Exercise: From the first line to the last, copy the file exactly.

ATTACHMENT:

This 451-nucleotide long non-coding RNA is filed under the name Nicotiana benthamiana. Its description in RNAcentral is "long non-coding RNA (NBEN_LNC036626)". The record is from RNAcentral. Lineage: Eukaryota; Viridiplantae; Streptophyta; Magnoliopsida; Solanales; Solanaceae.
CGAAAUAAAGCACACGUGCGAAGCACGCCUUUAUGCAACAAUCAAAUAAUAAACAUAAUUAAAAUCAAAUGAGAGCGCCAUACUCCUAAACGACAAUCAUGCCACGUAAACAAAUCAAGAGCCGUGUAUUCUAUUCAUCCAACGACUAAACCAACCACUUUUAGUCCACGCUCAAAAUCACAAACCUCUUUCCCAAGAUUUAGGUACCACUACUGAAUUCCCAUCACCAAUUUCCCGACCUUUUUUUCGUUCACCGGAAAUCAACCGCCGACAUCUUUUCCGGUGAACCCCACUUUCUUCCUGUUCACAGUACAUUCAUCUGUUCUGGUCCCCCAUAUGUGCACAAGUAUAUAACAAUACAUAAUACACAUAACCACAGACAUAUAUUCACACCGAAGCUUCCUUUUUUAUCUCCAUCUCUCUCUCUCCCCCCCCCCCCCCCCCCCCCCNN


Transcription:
This 451-nucleotide long non-coding RNA is filed under the name Nicotiana benthamiana. Its description in RNAcentral is "long non-coding RNA (NBEN_LNC036626)". The record is from RNAcentral. Lineage: Eukaryota; Viridiplantae; Streptophyta; Magnoliopsida; Solanales; Solanaceae.
CGAAAUAAAGCACACGUGCGAAGCACGCCUUUAUGCAACAAUCAAAUAAUAAACAUAAUUAAAAUCAAAUGAGAGCGCCAUACUCCUAAACGACAAUCAUGCCACGUAAACAAAUCAAGAGCCGUGUAUUCUAUUCAUCCAACGACUAAACCAACCACUUUUAGUCCACGCUCAAAAUCACAAACCUCUUUCCCAAGAUUUAGGUACCACUACUGAAUUCCCAUCACCAAUUUCCCGACCUUUUUUUCGUUCACCGGAAAUCAACCGCCGACAUCUUUUCCGGUGAACCCCACUUUCUUCCUGUUCACAGUACAUUCAUCUGUUCUGGUCCCCCAUAUGUGCACAAGUAUAUAACAAUACAUAAUACACAUAACCACAGACAUAUAUUCACACCGAAGCUUCCUUUUUUAUCUCCAUCUCUCUCUCUCCCCCCCCCCCCCCCCCCCCCCNN